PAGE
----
The 8 Hour Pillow rests directly under the head to help restore the body’s natural curvature. With the 8 Hour Pillow, the neck is supported in a position where the eyes are looking straight up towards the ceiling, where the head is relaxed and rests comfortably.
By restoring balance in the body, many of the seemingly unrelated aches and pains (such as in the back, neck, shoulders, etc.) could be decreased over time.
Even though his product is called the 8 Hour Pillow, Dr. Martone suggests initially sleeping in the position for 45 minutes to an hour per night. Doing so will allow the body to adjust to the new sleep position. Eventually, a person will be able to sleep longer and longer in that position.
A Good Night’s Sleep: Getting the body back in alignment is critical to overall health.
For example, a recent study found that prolonged sitting at work or improper posture of the head at work played a significant role in neck pain occurrence among office employees.6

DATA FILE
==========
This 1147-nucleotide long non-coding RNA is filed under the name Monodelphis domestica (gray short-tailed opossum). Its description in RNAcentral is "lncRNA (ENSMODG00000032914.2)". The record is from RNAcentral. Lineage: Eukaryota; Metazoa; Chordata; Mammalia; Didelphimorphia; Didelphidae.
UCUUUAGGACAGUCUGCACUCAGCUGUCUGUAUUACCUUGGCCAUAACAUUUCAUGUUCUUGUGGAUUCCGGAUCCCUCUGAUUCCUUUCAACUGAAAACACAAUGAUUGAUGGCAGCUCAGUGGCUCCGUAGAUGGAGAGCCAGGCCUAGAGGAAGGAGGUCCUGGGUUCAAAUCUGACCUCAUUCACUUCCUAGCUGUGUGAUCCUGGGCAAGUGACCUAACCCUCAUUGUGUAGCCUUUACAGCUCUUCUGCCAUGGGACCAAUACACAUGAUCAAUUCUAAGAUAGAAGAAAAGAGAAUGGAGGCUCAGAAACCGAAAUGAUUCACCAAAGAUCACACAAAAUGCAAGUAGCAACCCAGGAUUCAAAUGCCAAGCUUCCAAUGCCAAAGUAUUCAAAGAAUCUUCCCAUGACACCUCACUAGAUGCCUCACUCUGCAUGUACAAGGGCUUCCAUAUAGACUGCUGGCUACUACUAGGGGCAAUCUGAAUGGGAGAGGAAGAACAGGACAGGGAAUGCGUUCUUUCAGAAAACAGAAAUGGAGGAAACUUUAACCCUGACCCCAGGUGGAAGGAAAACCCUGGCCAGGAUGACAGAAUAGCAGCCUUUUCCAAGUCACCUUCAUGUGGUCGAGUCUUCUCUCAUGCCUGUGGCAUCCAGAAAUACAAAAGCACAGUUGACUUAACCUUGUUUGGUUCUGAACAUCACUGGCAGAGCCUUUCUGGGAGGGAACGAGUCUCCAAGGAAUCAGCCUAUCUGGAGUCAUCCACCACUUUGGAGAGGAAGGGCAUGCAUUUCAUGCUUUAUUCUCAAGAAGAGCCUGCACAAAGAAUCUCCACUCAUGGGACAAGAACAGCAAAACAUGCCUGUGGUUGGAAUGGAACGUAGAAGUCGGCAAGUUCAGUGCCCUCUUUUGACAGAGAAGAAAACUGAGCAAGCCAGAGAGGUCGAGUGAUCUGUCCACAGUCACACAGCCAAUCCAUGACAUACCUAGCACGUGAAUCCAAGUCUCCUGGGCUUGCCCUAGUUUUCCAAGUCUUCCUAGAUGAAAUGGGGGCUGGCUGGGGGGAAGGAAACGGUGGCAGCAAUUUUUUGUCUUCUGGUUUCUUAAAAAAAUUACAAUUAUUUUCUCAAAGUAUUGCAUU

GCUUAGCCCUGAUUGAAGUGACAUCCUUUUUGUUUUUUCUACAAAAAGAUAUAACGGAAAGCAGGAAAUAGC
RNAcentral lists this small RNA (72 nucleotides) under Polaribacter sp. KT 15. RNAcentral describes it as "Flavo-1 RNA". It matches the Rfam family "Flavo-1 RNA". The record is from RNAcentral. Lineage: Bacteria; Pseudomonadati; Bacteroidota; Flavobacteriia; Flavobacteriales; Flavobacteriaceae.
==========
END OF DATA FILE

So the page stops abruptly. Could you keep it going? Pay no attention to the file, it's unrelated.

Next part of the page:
Another study in the European Journal of Physical and Rehabilitation Medicine studied the role of musculoskeletal disorders in women and their potential link to migraines. Researchers concluded the women in their study with migraines exhibited signs of “restricted cervical rotation, decreased upper cervical rotation, and the presence of symptomatic upper cervical joints.”7
These and countless other studies stress the importance of not only getting a good night’s sleep but correcting any potential muscle imbalances we may have.
The key to getting the body back into alignment for a good night’s sleep is to realign the spine. One of the easiest ways to do that is to lie on your back while you’re sleeping. The 8 Hour Pillow was designed for that very reason.
A Good Night’s Sleep: Bonus Tip.
Many people prefer to sleep on their sides (fetal position) because they feel vulnerable and more exposed when sleeping on their back. An option is to take one of your old pillows and lay it on top of you. That way, a person can feel more protected, allowing them to relax and sleep soundly on their back.